Now the party conference season is drawing to a close, the ideological battlefronts on which next year’s general election is to be fought have been declared. For the first time since the great recession, both the Conservatives and Labour feel confident enough to make a return to their favoured stomping grounds of tax cuts and spending increases.
The Conservatives have announced a £7.2 billion tax cut. The bulk of these cuts will come from raising the personal pretax allowance to £12,500 from £10,000, with the balance from raising the top tax band from £41,865 to £50,000. A typical worker on the basic rate will pay roughly £500 a year less in tax, and a higher top tax band is aimed at easing the way for middle earners. Together, these cuts will benefit 30 million people and be implemented around 2018. This stands in stark contrast to the proposals pursued by Labour. The flagship policy is a pledge to increase NHS funding by £2.5 billion, but there are also pledges to continue increasing, albeit slightly, the child and unemployment benefits. The money allocated to the NHS would be spent on 20,000 nurses, 8,000 GPs, 5,000 care workers, and 3,000 midwives. Much like the Tory proposals, this would most likely be implemented late in the next parliament.
The general election in 2010 revolved, rightly, around the economic malaise affecting Britain, and particularly governmental debt. The central driving narrative of that election was that Labour had brought economic disaster, and both the Conservatives and Liberal Democrats gained in opposition to this. Now, the narrative has shifted. The economic focus has moved from the macroeconomic, such as the deficit, to the personal. Mr Miliband’s “cost of living” attack on David Cameron detailed that, while the deficit and unemployment were shrinking and business picking up, productivity (and therefore wage growth) has been largely non-existent, and many of the poorest families are finding costs rising in real terms. This stands as the most successful political move during his time as leader of the opposition, and forms the backbone of Labour party policy now.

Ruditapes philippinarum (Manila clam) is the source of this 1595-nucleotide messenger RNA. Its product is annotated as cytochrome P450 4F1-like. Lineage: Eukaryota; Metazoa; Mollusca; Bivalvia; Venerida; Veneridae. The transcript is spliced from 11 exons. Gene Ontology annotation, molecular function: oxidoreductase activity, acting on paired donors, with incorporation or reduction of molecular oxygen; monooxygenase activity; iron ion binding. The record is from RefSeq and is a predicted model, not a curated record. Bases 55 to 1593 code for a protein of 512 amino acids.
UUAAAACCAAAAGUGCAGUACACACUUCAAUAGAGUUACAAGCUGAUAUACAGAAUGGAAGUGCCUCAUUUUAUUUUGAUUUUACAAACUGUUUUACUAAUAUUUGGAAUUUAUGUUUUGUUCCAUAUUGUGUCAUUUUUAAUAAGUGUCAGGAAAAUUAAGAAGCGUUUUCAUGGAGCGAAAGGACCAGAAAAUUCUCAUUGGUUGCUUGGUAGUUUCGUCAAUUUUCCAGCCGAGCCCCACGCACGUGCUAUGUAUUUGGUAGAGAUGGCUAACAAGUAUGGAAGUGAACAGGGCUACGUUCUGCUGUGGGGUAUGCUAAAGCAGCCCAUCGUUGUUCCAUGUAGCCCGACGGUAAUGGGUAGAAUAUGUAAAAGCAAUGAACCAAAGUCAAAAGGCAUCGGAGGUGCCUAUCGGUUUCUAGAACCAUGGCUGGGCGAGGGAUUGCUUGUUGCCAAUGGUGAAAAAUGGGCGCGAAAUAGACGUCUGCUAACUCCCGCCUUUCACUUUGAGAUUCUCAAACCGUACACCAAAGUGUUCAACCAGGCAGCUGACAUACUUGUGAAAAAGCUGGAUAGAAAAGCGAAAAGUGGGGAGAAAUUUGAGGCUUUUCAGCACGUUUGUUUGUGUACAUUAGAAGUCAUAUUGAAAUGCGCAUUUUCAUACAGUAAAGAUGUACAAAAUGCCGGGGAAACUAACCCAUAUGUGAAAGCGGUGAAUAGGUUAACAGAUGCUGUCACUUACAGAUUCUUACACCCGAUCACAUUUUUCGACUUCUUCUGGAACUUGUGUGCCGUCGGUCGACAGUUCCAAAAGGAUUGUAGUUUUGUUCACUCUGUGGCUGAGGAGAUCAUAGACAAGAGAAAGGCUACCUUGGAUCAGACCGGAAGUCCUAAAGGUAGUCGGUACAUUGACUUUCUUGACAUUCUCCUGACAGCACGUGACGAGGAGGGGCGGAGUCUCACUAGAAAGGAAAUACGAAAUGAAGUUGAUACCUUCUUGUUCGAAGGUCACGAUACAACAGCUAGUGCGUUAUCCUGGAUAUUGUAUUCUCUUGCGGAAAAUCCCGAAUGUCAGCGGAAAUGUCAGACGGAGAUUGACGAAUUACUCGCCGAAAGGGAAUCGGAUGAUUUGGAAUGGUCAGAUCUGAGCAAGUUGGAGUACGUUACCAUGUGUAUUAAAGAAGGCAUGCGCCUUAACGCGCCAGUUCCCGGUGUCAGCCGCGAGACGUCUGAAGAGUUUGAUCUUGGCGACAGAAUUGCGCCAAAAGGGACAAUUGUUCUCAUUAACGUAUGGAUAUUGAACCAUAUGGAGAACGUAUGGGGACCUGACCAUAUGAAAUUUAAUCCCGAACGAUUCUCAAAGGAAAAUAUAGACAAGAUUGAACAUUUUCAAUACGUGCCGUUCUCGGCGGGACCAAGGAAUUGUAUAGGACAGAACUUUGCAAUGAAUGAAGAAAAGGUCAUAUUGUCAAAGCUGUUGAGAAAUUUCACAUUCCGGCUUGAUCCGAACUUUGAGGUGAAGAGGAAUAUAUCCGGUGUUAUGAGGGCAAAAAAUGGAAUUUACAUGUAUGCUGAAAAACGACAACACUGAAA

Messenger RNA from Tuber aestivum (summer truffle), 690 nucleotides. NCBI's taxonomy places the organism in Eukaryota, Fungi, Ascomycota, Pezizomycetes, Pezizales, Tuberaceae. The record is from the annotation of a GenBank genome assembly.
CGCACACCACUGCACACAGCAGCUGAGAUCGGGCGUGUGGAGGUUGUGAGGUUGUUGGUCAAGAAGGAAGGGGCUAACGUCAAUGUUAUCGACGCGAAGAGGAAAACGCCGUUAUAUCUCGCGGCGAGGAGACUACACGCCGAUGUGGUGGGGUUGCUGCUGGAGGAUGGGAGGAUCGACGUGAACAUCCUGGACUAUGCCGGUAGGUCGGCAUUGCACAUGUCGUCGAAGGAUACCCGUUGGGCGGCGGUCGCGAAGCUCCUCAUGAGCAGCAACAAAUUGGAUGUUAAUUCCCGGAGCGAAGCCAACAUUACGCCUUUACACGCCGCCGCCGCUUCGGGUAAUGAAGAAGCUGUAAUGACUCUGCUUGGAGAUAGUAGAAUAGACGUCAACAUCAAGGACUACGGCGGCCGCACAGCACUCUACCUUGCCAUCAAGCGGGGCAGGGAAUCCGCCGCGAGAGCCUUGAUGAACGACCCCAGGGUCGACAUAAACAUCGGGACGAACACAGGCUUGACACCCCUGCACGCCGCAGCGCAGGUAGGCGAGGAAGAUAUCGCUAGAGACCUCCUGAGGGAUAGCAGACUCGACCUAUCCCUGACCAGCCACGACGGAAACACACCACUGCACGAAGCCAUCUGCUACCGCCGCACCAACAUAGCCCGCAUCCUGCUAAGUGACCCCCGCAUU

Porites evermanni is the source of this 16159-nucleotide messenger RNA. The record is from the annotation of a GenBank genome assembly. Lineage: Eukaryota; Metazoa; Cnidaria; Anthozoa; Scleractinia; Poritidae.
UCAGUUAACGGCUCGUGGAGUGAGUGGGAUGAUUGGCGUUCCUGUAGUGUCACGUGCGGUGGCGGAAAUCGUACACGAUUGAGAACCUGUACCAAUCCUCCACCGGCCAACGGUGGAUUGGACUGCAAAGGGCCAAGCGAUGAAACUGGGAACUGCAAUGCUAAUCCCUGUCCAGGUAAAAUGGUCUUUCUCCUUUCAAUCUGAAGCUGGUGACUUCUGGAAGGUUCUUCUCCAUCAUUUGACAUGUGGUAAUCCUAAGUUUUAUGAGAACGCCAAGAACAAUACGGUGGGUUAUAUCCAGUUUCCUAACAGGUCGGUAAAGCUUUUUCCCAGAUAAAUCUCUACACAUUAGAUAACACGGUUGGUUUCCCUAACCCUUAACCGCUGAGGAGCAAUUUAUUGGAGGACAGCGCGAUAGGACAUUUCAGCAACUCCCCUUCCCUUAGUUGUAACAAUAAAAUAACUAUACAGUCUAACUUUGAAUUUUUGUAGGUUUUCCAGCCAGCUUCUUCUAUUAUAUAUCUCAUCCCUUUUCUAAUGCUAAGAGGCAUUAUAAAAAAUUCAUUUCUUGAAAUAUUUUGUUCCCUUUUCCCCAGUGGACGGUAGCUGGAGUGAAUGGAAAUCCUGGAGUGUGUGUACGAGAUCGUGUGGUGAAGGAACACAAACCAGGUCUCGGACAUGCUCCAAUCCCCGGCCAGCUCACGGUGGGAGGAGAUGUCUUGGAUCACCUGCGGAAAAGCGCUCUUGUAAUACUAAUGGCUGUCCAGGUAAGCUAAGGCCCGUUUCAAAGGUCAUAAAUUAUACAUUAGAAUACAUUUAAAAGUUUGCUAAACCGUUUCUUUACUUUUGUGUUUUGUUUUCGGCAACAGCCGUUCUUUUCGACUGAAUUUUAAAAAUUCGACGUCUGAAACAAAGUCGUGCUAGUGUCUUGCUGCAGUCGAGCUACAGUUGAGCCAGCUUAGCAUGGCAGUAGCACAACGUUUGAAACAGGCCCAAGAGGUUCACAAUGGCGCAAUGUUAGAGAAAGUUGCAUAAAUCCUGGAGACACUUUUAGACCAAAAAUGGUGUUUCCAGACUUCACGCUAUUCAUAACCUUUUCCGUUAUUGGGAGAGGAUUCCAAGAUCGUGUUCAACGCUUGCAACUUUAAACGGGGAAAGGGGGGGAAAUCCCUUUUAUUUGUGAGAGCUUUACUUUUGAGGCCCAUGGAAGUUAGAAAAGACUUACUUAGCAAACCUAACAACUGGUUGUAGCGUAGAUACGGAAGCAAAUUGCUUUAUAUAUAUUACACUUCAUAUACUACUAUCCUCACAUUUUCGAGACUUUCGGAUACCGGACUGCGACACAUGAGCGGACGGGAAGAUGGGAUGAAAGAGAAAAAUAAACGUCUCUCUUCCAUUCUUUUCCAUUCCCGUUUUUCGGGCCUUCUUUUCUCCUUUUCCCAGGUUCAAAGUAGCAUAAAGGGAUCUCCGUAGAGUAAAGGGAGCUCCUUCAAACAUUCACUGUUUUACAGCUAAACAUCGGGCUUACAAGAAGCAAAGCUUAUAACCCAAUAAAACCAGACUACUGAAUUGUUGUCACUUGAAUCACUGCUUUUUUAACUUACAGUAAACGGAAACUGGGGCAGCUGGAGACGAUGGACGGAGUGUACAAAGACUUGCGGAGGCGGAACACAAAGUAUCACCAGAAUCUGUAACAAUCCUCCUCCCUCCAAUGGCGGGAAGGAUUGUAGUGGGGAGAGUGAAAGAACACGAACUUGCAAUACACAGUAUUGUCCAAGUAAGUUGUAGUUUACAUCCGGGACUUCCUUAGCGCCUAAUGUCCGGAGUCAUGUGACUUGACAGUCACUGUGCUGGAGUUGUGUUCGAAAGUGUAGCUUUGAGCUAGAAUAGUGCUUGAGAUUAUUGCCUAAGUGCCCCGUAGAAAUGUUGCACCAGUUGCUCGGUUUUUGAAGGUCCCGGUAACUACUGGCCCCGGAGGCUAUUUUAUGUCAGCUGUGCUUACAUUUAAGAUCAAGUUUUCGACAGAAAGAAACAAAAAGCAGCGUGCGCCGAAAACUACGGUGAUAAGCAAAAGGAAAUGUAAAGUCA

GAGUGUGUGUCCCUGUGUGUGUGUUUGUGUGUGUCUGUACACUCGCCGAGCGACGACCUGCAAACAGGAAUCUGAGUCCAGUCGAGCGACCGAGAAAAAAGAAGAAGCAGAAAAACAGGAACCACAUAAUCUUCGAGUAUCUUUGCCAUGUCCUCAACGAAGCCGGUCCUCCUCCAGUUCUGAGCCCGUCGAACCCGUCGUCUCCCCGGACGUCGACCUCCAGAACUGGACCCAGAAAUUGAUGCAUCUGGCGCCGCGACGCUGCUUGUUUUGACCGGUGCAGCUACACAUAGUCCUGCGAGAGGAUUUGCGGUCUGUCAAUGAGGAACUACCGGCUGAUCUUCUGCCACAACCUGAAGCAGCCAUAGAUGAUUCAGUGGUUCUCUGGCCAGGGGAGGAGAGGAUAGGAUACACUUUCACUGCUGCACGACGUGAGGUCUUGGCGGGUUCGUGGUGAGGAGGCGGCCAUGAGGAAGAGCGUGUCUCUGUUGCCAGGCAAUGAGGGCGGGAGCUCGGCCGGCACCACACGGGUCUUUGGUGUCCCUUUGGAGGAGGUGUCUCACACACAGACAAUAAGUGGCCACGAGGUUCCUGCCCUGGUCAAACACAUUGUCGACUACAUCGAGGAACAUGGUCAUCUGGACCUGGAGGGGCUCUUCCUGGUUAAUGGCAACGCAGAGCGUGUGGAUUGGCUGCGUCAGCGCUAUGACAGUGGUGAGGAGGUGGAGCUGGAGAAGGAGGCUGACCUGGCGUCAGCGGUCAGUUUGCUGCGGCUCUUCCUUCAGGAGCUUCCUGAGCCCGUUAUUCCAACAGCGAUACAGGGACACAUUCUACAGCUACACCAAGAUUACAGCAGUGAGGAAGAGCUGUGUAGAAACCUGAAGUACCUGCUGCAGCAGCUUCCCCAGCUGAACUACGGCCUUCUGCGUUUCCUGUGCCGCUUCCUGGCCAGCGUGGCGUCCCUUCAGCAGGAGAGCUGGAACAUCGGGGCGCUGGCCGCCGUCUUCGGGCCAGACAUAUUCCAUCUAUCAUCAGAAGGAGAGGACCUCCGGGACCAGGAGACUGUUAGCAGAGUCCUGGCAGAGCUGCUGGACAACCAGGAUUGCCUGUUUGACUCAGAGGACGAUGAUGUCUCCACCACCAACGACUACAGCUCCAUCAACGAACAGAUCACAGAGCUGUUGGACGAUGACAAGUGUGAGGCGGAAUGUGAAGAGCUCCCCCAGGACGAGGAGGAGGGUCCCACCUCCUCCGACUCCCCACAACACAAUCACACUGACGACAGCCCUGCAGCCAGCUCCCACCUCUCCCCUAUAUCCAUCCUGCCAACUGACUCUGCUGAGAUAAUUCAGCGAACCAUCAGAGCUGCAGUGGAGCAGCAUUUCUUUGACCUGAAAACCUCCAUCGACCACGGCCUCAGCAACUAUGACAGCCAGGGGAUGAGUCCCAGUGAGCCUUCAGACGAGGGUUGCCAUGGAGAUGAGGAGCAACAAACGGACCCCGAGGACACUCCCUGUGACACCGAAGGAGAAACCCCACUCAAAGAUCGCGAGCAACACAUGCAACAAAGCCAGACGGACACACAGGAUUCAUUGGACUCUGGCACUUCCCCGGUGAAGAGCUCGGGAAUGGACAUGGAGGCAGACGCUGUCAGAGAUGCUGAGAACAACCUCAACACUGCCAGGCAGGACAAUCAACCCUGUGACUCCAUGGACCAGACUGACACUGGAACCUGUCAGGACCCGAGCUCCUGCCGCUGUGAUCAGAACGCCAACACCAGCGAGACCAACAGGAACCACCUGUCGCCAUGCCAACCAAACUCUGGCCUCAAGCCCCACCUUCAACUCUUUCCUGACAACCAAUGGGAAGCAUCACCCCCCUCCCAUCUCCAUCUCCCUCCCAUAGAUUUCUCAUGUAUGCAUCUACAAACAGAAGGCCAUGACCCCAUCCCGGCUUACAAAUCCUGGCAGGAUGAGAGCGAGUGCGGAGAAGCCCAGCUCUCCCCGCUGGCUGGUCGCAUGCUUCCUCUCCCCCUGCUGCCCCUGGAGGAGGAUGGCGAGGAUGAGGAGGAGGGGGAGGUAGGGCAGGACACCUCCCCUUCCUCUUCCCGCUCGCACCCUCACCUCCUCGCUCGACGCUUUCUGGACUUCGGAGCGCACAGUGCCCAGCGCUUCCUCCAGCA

It is in this febrile environment that the different tax and spending commitments were forged. The tax cut is a traditional conservative response, designed so that it affects workers universally, putting money back in the pockets of both lower- and middle-income workers so they can cope with the rising cost of living. Mr Miliband, realising that the Labour party has space to drift back to the left in answer to cost of living issues, has used policies of more funding for the NHS, increasing the benefits packet, and price-capping energy (among others) to control the narrative. The move away from crisis has allowed the return of creed into the political narrative, and so rather than being fought on competence, as in 2010, this election will be fought on ideology.
Over the last few years, the line between parties has been blurred. New Labour was designed to appeal to business, as well as workers, and Mr Cameron launched a response to this with his Big Society plans. The general election next year will mark an end to centrist politics for a time and a corresponding return to clear divide. The great recession put trust in economic management front and centre but, now that economic crisis is over, both Labour and the Tories have drifted away from the centre and asserted the dominance of their ideologies to prevent votes floating away to the opposition. Party politics have returned with force.